If you ever wondered if a regular guy had a fighting chance in federal politics, you wouldn’t have to look any further than Nathan Cullen.
Stepping into Caffé Americano on Bay Avenue in Trail Tuesday, the candidate for the leadership of the federal NDP looked as at home and comfortable in the small town café as he has in four terms of office in Parliament for the northern riding of Skeena-Bulkley Valley.
He sunk into a chair, ordered a cup of coffee and threw his wallet and cell phone down on the table in front of him as if to say, “I’m settling in.”
And settle in he did. As part of his prolonged tour of B.C. in his leadership bid, Cullen is assembling his campaign precepts the old fashioned way: he is listening to what people are saying.
Several people showed up to talk politics and everything else under the sun with the 39-year-old married father of two, and he listened.
In the end they walked away feeling they spent an afternoon chatting on coffee row, forgetting they were in the presence of a man who could conceivably be the next leader of the nation’s Official Opposition.
“My standard is I want (a leader) who can walk into any room, whether it’s a room on Bay Street, in Northern B.C., or in Atlantic Canada or the depths of Quebec. Can you walk into a room and talk to people?” he said to the group assembled.
Not to say he doesn’t have views of his own. In fact, his proposal to hold joint nomination meetings among federalist, progressive parties in Conservative-held ridings is raising eyebrows amongst long-time political pundits.
It’s not coalition, it’s co-operation, something you would expect from a regular guy from humble roots: son of a single mom, raised in a working class neighbourhood in Toronto, now living in working class Smithers in northwestern B.C.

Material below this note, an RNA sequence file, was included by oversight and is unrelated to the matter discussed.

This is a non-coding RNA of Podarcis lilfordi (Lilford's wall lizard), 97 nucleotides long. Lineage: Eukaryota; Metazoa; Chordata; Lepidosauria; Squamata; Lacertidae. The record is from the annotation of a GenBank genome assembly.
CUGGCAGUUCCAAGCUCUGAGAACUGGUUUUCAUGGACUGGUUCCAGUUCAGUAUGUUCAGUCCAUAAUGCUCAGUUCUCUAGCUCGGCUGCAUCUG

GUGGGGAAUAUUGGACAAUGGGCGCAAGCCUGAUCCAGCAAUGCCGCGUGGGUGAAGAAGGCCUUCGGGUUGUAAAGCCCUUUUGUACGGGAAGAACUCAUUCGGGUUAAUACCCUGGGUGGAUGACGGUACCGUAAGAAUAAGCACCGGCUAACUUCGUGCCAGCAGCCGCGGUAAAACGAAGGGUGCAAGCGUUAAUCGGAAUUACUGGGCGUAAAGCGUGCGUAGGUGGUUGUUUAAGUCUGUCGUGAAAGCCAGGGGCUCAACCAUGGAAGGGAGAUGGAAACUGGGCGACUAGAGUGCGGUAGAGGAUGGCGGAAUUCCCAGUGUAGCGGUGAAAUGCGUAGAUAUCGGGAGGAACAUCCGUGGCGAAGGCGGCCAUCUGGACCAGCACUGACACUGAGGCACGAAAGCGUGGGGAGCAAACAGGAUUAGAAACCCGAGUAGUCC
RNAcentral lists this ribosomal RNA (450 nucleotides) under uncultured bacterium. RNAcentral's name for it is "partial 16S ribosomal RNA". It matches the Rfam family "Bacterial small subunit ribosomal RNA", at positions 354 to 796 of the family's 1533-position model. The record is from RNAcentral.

But that’s all grist for the biographical mill, an easy way to pigeon hole a guy who took it upon himself to bring a western voice — the only western candidate — to the NDP leadership race, to raise the question of divisive politics and disparate party beliefs and throw back the response: “Why can’t we be friends?”
It was the feeling of cooperation, inclusion and nationhood that drew Canadians to former NDP leader Jack Layton and the NDP in the late stages of the last federal election.
It was that sense of cohesiveness that allowed the NDP to dissolve much of the separatist Bloc Quebecois’s support in Quebec, and it was the impetus for Cullen to embark on a prolonged tour of B.C.
Cullen admitted he never had designs on running for the party’s leadership, he just saw a gap in the current field of leadership candidates and thought he could fill it.
“I looked at the field I suspected would come together and I didn’t see anybody in that field that was a runaway person to lead the country,” he said.
So many people beyond partisan lines were engaged with the NDP and Layton in the last election. They were reflecting their better selves, said Cullen, their own hopes that we were decent people, that we were generous people.
“When they gave admiration and credit to Jack, they were expressing their own better nature,” he said.
Cullen is part of the nine-horse NDP leadership race. In March the NDP will elect its new leader at their convention in Toronto.